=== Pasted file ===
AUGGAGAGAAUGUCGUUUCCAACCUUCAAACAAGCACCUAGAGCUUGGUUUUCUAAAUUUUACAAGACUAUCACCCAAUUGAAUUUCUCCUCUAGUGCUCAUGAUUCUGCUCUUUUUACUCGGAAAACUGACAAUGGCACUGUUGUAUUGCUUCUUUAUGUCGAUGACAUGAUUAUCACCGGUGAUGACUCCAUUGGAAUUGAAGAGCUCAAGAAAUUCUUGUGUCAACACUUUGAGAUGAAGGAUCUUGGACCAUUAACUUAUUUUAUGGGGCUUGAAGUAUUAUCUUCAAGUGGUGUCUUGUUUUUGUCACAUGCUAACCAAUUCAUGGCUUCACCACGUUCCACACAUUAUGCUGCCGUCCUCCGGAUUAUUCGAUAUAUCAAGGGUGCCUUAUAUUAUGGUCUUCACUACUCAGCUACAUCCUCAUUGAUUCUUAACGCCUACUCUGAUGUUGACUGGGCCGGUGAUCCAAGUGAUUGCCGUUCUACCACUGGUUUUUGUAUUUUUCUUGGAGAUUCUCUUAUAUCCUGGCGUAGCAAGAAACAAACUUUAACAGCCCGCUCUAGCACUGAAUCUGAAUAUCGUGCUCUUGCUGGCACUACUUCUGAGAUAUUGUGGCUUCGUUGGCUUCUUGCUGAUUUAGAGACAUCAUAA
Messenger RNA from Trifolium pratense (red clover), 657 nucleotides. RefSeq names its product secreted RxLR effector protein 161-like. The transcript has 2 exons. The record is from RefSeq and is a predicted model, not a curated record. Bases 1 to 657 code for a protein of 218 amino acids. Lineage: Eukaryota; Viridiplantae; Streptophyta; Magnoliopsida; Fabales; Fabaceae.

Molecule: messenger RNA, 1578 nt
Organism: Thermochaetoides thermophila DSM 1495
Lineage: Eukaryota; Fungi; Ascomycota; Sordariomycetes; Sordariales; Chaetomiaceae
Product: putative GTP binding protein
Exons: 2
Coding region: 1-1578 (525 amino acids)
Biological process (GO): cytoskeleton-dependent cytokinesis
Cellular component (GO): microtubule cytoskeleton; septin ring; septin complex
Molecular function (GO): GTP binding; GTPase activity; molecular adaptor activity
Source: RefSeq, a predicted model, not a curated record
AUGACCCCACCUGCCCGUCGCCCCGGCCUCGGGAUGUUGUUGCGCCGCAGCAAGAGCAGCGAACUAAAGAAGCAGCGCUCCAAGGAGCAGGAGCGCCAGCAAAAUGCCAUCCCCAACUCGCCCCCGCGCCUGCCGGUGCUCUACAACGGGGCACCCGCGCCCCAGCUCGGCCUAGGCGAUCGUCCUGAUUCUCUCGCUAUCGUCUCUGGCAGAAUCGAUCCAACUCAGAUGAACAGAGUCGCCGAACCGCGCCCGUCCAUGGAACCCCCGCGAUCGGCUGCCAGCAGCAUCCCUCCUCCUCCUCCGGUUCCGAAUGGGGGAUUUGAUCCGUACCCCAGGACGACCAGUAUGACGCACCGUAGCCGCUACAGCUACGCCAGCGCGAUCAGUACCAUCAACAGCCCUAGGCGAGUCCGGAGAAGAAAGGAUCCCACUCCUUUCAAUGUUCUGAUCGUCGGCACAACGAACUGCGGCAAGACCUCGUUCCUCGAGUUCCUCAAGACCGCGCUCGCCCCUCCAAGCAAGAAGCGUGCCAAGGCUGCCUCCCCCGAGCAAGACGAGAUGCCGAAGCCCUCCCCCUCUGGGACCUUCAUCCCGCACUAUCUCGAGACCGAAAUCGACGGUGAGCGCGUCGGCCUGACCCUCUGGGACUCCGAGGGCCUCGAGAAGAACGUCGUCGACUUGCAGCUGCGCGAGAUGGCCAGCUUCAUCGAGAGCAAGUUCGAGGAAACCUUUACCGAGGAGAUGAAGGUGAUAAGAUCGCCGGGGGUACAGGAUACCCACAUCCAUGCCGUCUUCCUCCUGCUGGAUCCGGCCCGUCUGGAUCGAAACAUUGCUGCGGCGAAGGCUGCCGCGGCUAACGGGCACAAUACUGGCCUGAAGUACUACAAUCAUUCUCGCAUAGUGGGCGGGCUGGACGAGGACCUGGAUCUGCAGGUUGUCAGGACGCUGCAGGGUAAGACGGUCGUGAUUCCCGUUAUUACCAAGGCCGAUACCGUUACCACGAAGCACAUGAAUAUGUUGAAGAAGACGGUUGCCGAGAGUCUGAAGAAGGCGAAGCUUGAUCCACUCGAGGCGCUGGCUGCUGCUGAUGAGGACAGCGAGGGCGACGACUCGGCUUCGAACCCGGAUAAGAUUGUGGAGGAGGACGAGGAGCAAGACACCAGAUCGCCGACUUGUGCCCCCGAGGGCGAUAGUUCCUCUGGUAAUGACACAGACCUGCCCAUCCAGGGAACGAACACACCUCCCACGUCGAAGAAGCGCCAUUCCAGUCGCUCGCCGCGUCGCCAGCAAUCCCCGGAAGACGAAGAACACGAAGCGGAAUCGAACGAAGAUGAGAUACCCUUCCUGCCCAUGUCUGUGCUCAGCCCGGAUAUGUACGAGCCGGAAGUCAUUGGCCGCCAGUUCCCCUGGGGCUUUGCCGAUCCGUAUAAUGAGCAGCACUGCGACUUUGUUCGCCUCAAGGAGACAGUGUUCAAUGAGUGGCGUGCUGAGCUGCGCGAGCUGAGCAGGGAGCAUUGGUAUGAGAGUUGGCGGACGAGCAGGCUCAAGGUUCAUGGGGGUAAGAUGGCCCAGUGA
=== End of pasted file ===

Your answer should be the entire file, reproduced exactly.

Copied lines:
AUGGAGAGAAUGUCGUUUCCAACCUUCAAACAAGCACCUAGAGCUUGGUUUUCUAAAUUUUACAAGACUAUCACCCAAUUGAAUUUCUCCUCUAGUGCUCAUGAUUCUGCUCUUUUUACUCGGAAAACUGACAAUGGCACUGUUGUAUUGCUUCUUUAUGUCGAUGACAUGAUUAUCACCGGUGAUGACUCCAUUGGAAUUGAAGAGCUCAAGAAAUUCUUGUGUCAACACUUUGAGAUGAAGGAUCUUGGACCAUUAACUUAUUUUAUGGGGCUUGAAGUAUUAUCUUCAAGUGGUGUCUUGUUUUUGUCACAUGCUAACCAAUUCAUGGCUUCACCACGUUCCACACAUUAUGCUGCCGUCCUCCGGAUUAUUCGAUAUAUCAAGGGUGCCUUAUAUUAUGGUCUUCACUACUCAGCUACAUCCUCAUUGAUUCUUAACGCCUACUCUGAUGUUGACUGGGCCGGUGAUCCAAGUGAUUGCCGUUCUACCACUGGUUUUUGUAUUUUUCUUGGAGAUUCUCUUAUAUCCUGGCGUAGCAAGAAACAAACUUUAACAGCCCGCUCUAGCACUGAAUCUGAAUAUCGUGCUCUUGCUGGCACUACUUCUGAGAUAUUGUGGCUUCGUUGGCUUCUUGCUGAUUUAGAGACAUCAUAA
Messenger RNA from Trifolium pratense (red clover), 657 nucleotides. RefSeq names its product secreted RxLR effector protein 161-like. The transcript has 2 exons. The record is from RefSeq and is a predicted model, not a curated record. Bases 1 to 657 code for a protein of 218 amino acids. Lineage: Eukaryota; Viridiplantae; Streptophyta; Magnoliopsida; Fabales; Fabaceae.

Molecule: messenger RNA, 1578 nt
Organism: Thermochaetoides thermophila DSM 1495
Lineage: Eukaryota; Fungi; Ascomycota; Sordariomycetes; Sordariales; Chaetomiaceae
Product: putative GTP binding protein
Exons: 2
Coding region: 1-1578 (525 amino acids)
Biological process (GO): cytoskeleton-dependent cytokinesis
Cellular component (GO): microtubule cytoskeleton; septin ring; septin complex
Molecular function (GO): GTP binding; GTPase activity; molecular adaptor activity
Source: RefSeq, a predicted model, not a curated record
AUGACCCCACCUGCCCGUCGCCCCGGCCUCGGGAUGUUGUUGCGCCGCAGCAAGAGCAGCGAACUAAAGAAGCAGCGCUCCAAGGAGCAGGAGCGCCAGCAAAAUGCCAUCCCCAACUCGCCCCCGCGCCUGCCGGUGCUCUACAACGGGGCACCCGCGCCCCAGCUCGGCCUAGGCGAUCGUCCUGAUUCUCUCGCUAUCGUCUCUGGCAGAAUCGAUCCAACUCAGAUGAACAGAGUCGCCGAACCGCGCCCGUCCAUGGAACCCCCGCGAUCGGCUGCCAGCAGCAUCCCUCCUCCUCCUCCGGUUCCGAAUGGGGGAUUUGAUCCGUACCCCAGGACGACCAGUAUGACGCACCGUAGCCGCUACAGCUACGCCAGCGCGAUCAGUACCAUCAACAGCCCUAGGCGAGUCCGGAGAAGAAAGGAUCCCACUCCUUUCAAUGUUCUGAUCGUCGGCACAACGAACUGCGGCAAGACCUCGUUCCUCGAGUUCCUCAAGACCGCGCUCGCCCCUCCAAGCAAGAAGCGUGCCAAGGCUGCCUCCCCCGAGCAAGACGAGAUGCCGAAGCCCUCCCCCUCUGGGACCUUCAUCCCGCACUAUCUCGAGACCGAAAUCGACGGUGAGCGCGUCGGCCUGACCCUCUGGGACUCCGAGGGCCUCGAGAAGAACGUCGUCGACUUGCAGCUGCGCGAGAUGGCCAGCUUCAUCGAGAGCAAGUUCGAGGAAACCUUUACCGAGGAGAUGAAGGUGAUAAGAUCGCCGGGGGUACAGGAUACCCACAUCCAUGCCGUCUUCCUCCUGCUGGAUCCGGCCCGUCUGGAUCGAAACAUUGCUGCGGCGAAGGCUGCCGCGGCUAACGGGCACAAUACUGGCCUGAAGUACUACAAUCAUUCUCGCAUAGUGGGCGGGCUGGACGAGGACCUGGAUCUGCAGGUUGUCAGGACGCUGCAGGGUAAGACGGUCGUGAUUCCCGUUAUUACCAAGGCCGAUACCGUUACCACGAAGCACAUGAAUAUGUUGAAGAAGACGGUUGCCGAGAGUCUGAAGAAGGCGAAGCUUGAUCCACUCGAGGCGCUGGCUGCUGCUGAUGAGGACAGCGAGGGCGACGACUCGGCUUCGAACCCGGAUAAGAUUGUGGAGGAGGACGAGGAGCAAGACACCAGAUCGCCGACUUGUGCCCCCGAGGGCGAUAGUUCCUCUGGUAAUGACACAGACCUGCCCAUCCAGGGAACGAACACACCUCCCACGUCGAAGAAGCGCCAUUCCAGUCGCUCGCCGCGUCGCCAGCAAUCCCCGGAAGACGAAGAACACGAAGCGGAAUCGAACGAAGAUGAGAUACCCUUCCUGCCCAUGUCUGUGCUCAGCCCGGAUAUGUACGAGCCGGAAGUCAUUGGCCGCCAGUUCCCCUGGGGCUUUGCCGAUCCGUAUAAUGAGCAGCACUGCGACUUUGUUCGCCUCAAGGAGACAGUGUUCAAUGAGUGGCGUGCUGAGCUGCGCGAGCUGAGCAGGGAGCAUUGGUAUGAGAGUUGGCGGACGAGCAGGCUCAAGGUUCAUGGGGGUAAGAUGGCCCAGUGA